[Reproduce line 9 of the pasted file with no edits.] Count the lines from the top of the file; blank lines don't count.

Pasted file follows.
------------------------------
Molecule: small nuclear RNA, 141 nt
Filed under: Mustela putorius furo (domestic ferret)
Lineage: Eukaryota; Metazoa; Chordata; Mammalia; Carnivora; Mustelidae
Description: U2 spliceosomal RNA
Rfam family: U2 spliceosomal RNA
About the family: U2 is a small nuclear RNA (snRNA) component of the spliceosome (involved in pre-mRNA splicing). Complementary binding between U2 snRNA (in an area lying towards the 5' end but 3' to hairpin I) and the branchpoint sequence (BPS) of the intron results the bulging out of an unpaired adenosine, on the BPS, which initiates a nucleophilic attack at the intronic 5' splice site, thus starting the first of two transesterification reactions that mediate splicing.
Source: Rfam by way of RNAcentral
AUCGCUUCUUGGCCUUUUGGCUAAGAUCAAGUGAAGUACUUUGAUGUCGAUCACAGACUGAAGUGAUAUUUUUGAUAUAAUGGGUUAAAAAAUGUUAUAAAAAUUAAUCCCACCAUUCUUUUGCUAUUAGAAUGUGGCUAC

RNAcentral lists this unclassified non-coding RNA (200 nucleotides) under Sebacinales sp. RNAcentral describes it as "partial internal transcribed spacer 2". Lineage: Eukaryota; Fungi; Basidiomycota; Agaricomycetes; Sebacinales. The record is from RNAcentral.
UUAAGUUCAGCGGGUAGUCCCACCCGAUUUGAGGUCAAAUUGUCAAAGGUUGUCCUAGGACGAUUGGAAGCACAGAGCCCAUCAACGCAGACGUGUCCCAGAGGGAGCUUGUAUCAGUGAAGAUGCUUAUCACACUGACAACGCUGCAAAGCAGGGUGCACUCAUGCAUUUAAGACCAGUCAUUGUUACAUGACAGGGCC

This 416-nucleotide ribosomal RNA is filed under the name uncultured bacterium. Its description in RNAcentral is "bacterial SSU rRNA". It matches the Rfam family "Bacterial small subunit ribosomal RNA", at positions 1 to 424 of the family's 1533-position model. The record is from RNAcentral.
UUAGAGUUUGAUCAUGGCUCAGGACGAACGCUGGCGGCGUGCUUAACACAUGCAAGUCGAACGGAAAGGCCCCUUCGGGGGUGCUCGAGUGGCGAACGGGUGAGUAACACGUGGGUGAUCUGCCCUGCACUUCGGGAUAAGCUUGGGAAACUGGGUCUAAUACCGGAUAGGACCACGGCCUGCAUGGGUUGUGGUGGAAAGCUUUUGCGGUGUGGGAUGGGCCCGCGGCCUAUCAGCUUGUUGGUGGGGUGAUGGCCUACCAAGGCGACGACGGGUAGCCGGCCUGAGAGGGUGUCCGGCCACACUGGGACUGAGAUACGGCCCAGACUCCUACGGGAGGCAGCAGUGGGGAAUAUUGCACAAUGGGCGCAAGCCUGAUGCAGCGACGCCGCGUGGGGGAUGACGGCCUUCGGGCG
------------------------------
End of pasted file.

RNAcentral lists this unclassified non-coding RNA (200 nucleotides) under Sebacinales sp. RNAcentral describes it as "partial internal transcribed spacer 2". Lineage: Eukaryota; Fungi; Basidiomycota; Agaricomycetes; Sebacinales. The record is from RNAcentral.